don't try to touch me,
don't try to touch me
'cause that will never happen again
It's time to continue playing our game
of Six Degrees with the Paris Sisters,
the early 60s sister act/girl group that
was groomed for success by the wizard
behind the Wall of Sound, Phil Spector.
Dell Rat Ron has joined me
again and Ron, looks like
you've got another great
Paris platter cued up!
Shady, in our previous
post we heard "Be My
Boy," the Paris Sisters'
initial release for Phil
Spector on Gregmark
Records as well as
their second release
and biggest career hit,
"I Love How You Love
Me." Both recordings
featured the soft purring
of lead singer Priscilla,
a vocal technique she
learned from the group's
mentor Phil Spector. On
"All Through the Night,"
the B side of their big hit single, The Paris Sisters cut loose
and did some uncharacteristic rocking and rolling.
"All Through the Night" - Paris Sisters (November 1961,
uncharted B side of "I Love How You Love Me")
The Paris Sisters' third Gregmark/Spector single, "He Knows
I Love Him Too Much," didn't burn up the chart like their
previous release, but it was popular enough to make the
top 40. It started out as WSBA York's Pick Hit of the
"He Knows I Love Him Too Much" - Paris Sisters
(March 1962, highest chart position #34)
"Let Me Be The One," the Paris Sisters' 4th Spector/
Gregmark single, I believe also made Pick Hit of the
Week on The Mighty 910. It was another excellent
recording but one of the least successful Gregmarks,
relegated to the lower end of the Billboard Hot 100.
Ron, those sistas
are sensational and
I'll be playing the
killer bee of that
single next time!
Now, move over,
Rover, and let
Shady take over!
Three years after their string of Gregmark hits came to an end the Paris Sisters waxed "Always Waitin'," a quintessential girl group recording that was released on 45 but for some reason never even made the Bubbling Under chart. I found this gem on the girl group anthology Growin' Up Too Fast.
The recording was produced for Mike Curb and the backing track arranged by Jack ("The Lonely Surfer") Nitzsche, one of Phil Spector's famous proteges. Released as a single in 1965 by Mercury Records this one's an under appreciated genre classic.
"Always Waitin'" - Paris Sisters (1965, uncharted)
Shady's Rule: Good girls
are infinitely more exciting
than bad girls.
The Paris Sisters came across as sweet and wholesome but at the same time there was also a hint of seduction. To me that is the most potent combination.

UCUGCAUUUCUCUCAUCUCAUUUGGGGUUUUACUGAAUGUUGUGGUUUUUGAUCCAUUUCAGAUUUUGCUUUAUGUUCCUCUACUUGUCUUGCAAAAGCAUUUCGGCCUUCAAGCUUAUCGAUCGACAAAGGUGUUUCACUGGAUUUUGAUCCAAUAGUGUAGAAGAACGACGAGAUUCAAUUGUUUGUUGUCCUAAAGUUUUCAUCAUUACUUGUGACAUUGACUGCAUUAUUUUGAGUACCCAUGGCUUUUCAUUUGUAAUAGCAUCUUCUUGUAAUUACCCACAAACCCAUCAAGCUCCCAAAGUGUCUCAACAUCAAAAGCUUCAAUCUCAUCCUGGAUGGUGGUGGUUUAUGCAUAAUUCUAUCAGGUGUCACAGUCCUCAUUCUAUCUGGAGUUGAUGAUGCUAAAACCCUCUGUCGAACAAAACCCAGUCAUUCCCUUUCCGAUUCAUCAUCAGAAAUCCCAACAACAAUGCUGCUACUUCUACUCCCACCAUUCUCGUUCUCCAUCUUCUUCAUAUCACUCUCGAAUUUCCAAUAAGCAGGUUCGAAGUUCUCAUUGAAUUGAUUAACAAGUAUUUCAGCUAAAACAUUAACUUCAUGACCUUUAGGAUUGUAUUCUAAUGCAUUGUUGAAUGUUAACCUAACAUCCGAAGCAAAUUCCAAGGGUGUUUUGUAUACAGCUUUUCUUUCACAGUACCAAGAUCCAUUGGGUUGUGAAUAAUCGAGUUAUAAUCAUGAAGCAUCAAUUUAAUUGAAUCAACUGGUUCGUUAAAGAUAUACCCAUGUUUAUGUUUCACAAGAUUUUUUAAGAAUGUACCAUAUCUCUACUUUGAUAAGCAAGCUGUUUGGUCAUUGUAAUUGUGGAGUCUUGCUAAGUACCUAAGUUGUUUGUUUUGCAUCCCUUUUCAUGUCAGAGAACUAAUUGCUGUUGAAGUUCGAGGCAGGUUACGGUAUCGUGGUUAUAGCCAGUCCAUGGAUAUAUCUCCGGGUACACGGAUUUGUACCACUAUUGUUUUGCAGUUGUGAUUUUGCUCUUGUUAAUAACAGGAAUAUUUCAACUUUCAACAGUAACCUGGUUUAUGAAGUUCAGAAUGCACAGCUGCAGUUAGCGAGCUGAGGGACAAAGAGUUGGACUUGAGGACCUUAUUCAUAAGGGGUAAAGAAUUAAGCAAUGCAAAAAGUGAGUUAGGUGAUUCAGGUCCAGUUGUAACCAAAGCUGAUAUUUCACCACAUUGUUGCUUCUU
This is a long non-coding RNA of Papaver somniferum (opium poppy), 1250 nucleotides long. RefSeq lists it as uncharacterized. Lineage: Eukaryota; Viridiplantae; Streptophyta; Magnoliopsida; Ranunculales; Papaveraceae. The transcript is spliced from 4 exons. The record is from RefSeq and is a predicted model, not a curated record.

The Paris Sisters exuded more sex appeal than Spector's Ronettes, more than the Shangri-Las, more than Nancy Sinatra or any other female artist or group that opted for
a tough, bold look and sound. Understated girl power beats overstated girl power every time and Priscilla and the Paris Sisters delivered subtle sexiness! Here's more evidence of
it in their 5th Gregmark single, "Yes - I Love You."
"Yes - I Love You" - Paris Sisters (1962, uncharted)
In all fairness there were occasions when those brash and sassy girl groups managed to rival the Paris Sisters in terms of sex appeal. It was when they dialed back the tough girl vibe, revealed a softer side, and allowed themselves to express sadness and vulnerability. The best example I can think of is "Past, Present and Future," a dramatic spoken-word recording by Mary Weiss and the Shangri-Las voiced over Beethoven's "Moonlight Sonata." "Past, Present and Future" was released as a single in the summer of 1966 and enjoyed only modest chart success. Today, however, it is regarded as one of the Shangri-Las' greatest recordings, a teen angst classic, and was named by Mary Weiss herself as one of the top 5 Shangri-Las executions. Please watch this marvelous interpretation of the Shangri-Las' "Past, Present and Future" performed by a gifted YouTube lip sync artist.
"Past, Present and Future" - Shangri-Las (July 1966,
highest chart position #59, lip sync performed by
What thoughts and feelings run through you
as you listen to the following song?
"In Dreams" - Roy Orbison (April 1963, highest chart
I think of a room filled with sickos and I feel sheer terror.
What kind of images do you see in your
mind's eye when you hear this familiar
old love song?
"Blue Velvet" - Bobby Vinton (October 1963, highest chart
My mind conjures up images of brutal, cruel, sadistic, twisted sociopath Frank Booth unleashing his pent up rage on innocent victims.
Never underestimate the power of
juxtaposition and context to turn beauty
into horror. Ron and I will be exploring
that topic in part 3 when we finish playing
Six Degrees of the Paris Sisters this coming
Monday. Please join us!
Have a Shady day!